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DISASTER MANAGEMENT
No hope of survivors in northern Pakistan avalanche: officials
by Staff Writers
Chitral, Pakistan (AFP) March 21, 2016


Nepal quake reconstruction chief faces graft investigation
Kathmandu (AFP) March 21, 2016 - The head of Nepal's earthquake reconstruction authority is being investigated following complaints of corruption and other irregularities, an anti-graft official said Monday.

Sushil Gyewali was in December appointed chief of the National Reconstruction Authority (NRA), charged with spending $4.1 billion in funds raised after the quake which killed nearly 9,000 people and destroyed more than half a million homes last April.

Spokesman Krishna Hari Pushkar said the Commission for the Investigation of the Abuse of Authority had received complaints about Gyewali's handling of decisions in his previous job as executive director of the Town Development Fund, as well as in his current role.

"Several complaints have been filed against him that allege he is colluding with NGOs and INGOs (international non-governmental organisations) in a way that is against our system and procedure," said Pushkar.

He said there were also concerns at the slow pace of reconstruction and relief efforts.

Gyewali, who is accompanying Nepal's prime minister on an official visit to China, was not immediately available for comment. His spokesman also declined to comment.

The government vowed last June to set up the NRA to oversee rebuilding and ensure that all aid went to victims, as part of its bid to attract funding from sceptical foreign donors.

But political bickering over leadership of the body held up its formation until December.

With tens of thousands of the April 25 quake victims still living in tents, the government has been strongly criticised for delays in disbursing aid pledged by donors.

Corruption is rife throughout Nepal, ranked 126th out of 175 countries in watchdog Transparency International's global corruption perception index.

Chances of survival were fading for seven people feared buried under an avalanche three days ago in a remote northern Pakistani village, authorities said Monday.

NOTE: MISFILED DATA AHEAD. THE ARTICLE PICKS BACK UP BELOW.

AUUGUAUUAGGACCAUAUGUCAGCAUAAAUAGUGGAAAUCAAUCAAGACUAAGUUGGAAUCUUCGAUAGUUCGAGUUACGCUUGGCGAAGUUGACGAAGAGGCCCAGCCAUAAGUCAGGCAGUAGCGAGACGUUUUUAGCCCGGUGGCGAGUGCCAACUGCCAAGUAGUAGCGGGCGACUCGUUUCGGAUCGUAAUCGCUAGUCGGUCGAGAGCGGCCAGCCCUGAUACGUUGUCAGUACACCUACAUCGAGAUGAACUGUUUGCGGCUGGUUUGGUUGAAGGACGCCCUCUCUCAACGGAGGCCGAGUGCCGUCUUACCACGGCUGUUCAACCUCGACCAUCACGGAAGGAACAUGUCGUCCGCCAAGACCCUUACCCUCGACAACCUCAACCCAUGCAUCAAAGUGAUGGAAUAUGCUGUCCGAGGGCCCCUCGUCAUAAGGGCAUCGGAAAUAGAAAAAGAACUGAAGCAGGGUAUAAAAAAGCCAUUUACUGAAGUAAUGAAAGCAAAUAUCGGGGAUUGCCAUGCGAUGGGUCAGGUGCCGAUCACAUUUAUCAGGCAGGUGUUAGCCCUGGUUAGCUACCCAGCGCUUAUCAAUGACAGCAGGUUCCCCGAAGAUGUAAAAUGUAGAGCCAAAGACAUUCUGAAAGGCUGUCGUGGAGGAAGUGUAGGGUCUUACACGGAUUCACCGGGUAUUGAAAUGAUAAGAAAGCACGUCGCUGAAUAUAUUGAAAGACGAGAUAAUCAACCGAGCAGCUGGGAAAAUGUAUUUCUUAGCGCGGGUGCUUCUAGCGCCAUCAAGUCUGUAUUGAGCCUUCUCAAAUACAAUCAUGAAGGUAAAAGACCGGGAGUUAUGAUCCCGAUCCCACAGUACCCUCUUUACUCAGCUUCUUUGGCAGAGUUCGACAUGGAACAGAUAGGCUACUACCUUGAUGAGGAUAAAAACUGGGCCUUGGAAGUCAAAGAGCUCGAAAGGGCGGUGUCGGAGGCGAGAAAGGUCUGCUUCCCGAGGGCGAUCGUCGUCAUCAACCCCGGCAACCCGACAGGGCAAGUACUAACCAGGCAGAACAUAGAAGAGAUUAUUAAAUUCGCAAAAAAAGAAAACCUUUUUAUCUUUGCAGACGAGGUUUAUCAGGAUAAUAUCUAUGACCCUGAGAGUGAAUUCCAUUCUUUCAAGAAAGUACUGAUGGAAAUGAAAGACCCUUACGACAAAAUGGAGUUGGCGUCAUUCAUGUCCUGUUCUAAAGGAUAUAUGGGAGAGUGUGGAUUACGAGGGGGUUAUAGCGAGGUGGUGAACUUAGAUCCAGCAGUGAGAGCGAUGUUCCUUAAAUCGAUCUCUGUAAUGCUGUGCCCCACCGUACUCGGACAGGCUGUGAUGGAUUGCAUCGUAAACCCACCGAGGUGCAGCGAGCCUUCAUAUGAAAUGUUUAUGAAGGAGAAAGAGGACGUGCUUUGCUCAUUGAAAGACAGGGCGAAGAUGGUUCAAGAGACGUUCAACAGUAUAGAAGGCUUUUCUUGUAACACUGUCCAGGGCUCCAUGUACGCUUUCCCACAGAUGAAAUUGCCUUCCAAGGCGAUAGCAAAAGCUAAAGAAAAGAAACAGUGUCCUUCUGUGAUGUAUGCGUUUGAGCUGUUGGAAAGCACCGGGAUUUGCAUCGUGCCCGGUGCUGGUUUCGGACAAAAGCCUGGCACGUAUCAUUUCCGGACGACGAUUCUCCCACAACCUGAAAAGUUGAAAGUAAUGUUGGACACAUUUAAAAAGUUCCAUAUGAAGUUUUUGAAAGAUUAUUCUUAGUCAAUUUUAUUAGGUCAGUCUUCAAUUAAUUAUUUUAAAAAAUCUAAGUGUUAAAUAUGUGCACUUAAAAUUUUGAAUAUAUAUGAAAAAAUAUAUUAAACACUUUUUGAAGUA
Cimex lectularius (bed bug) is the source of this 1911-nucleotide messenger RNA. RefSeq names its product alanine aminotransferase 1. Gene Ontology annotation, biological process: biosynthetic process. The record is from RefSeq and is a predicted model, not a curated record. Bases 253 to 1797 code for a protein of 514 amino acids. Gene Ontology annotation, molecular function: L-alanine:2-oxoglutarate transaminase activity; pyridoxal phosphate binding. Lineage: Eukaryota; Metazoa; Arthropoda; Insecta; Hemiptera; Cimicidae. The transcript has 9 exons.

The disaster struck on Saturday afternoon near the village of Susom, some 40 kilometres (24 miles) north of the town of Chitral in Khyber Pakhtunkhwa province.

A massive avalanche fell on a group of school children returning home after exams. Two bodies -- -- those of a school boy and a local man -- were pulled from the snow on Sunday, while rescuers have not been able to find seven pupils who remain missing.

"A pupil and a passer's by bodies have been found so far and we have now no hope of finding any survivor among the seven people who are still buried under the avalanche," local government official Mazhar Ali Shah told AFP.

Officials on Sunday feared that up to 11 people were hit by the landslide, but later changed the figure to nine.

An AFP reporter who reached the spot said that local people were digging in the snow with spades and shovels to find the victims.

He said that snow was three-feet deep in the area and people had to walk for hours to reach the site of the avalanche and that no machinery could get there to help dig for survivors.

Local police official Mohammad Zafar said pupils were returning to their village Karimabad after finishing high school exams when the incident took place on Saturday.

Nobody was aware of the accident till the evening when worried parents started searching for their children who had not returned home after going for their exams, Zafar said.

Heavy rains have killed at least 121 people, injured 124 and damaged 852 houses since March 9 across Pakistan, according to the National Disaster Management Authority. It said landslides and collapsed roofs caused most of the fatalities.